Thursday, October 18, 2018

St. Luke, Evangelist of the True Physician


As we celebrate the Feast of St. Luke, the Collect used for this day adroitly combines two things we know about him from the sacred scripture into one prayer:

Almighty God, who inspired your servant Luke the physician to set forth in the Gospel the love and healing power of your Son: Graciously continue in your Church this love and power to heal, to the praise and glory of your Name; through Jesus Christ our Lord, who lives and reigns with you, in the unity of the Holy Spirit, one God, now and for ever. Amen.

By emphasizing these two things together, the prayer reminds us of the spiritual truth that the Gospel, when truly preached and truly received, always leads to the healing of the human person, a deepening of proper love for God, neighbor, and self, and the right praise of God.

As a pastor of souls, one of the ongoing facets of spiritual care I experience and try to share is the unified reality of True Teaching and True Healing. When the Gospel is received from God in loving humility and lived with that same form of humility, it results in the healing of the soul. Old wounds are seen for what they are, exposed to God’s mercy and truth, and gradually what was either an open sore or painful scar tissue is made into a place of sacred encounter, registering the realityof suffering but also the unique powerof divine love to overcome, renew, and reveal.

When I was a child my family took a vacation in North Carolina. This afforded a person who had grown up with the cold Pacific ocean in Oregon the opportunity to swim in warm sea waters. It was delightful in the extreme. While doing so, I managed to gash one of my toes quite deeply on an unseen object, severing a nerve and bringing an idyllic experience to a sudden end. We didn’t seek any medical care, letting nature take its course. After the wound healed I had an uncomfortable scar and a lack of feeling in part of a big toe. Afterwards, each time I walked barefoot I was reminded of what had happened. It took years for me to stop feeling pain from it.

When we receive spiritual or emotional trauma, we often develop a psychic form of scar tissue that is both inflexible and painful. Such pain can become habitual, unnoticed…but it remains real and finds its way out into the world through our thoughts, words, choices, and motives in all our relationships and activities. The way this pain comes through to others may remain opaque to us for many years—or even for the remainder of our life. It may even distort or cut off our communion with God. This is one of the saddest truths I know.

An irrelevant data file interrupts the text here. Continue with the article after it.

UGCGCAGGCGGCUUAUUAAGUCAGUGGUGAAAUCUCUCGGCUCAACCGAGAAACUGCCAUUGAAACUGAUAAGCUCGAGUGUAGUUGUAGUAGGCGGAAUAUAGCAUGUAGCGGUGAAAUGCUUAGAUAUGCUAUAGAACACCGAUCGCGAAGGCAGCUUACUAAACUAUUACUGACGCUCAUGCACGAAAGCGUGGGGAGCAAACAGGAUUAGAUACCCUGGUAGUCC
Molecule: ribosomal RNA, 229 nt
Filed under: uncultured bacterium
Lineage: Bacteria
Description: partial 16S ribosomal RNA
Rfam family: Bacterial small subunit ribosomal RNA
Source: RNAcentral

The Gospel is not simply a book or words: it is a reality of encounter with God and thus with the divine, loving purpose for us. Christ Jesus embodied the Gospel. 

St. Luke’s Gospel account begins with his assurance that “I too decided, after investigating everything carefully from the very first, to write an orderly account for you…so that you may know the truth concerning the things about which you have been instructed” (Luke 1:3-4)as a way of saying that what he is delivering is not merely words about Jesus, but the power of the Gospel to heal and transform. It is this power we desire to much, yet that seems so lacking in the “institutional” forms of Christianity today.

On St. Luke’s Day we do more than celebrate a particular saint. The Church itself receives a challenge today: to live not as an organization externalto the healing Gospel as if we somehow owned or regulated it, but to embodyit through a profound interior communion made visible in and through its observable life. This is authentic sacramentality.

This requires a great humility, a deep acceptance of the Church’s compromised history and its utter incompleteness without a total dependence on Christ, as opposed to the earthly systems of power, retribution, and control we see all around us today (or, that have come to be “acceptable” within the Church itself).

The Gospel according to Luke is full of parables and stories of such total dependence on God’s mercy in Christ—we need only look at Zacchaeus and the Prodigal Child. This type of dependence is essential for true healing, the healing of the soul and heart that leads to eternal life. That type of healing does not accept painful scar tissue as normal; neither does it vent unhealed hurt on others in the name of moral perfection, legal conformity, or ideological adherence. Rather, such dependence offers the totality of our need, the totality of our damage, to Christ in mystical communion for his unique, softening, cleansing, and total renewal.

It is this sort of healing, this type of Church and form of living in the Gospel of Jesus Christ we celebrate today.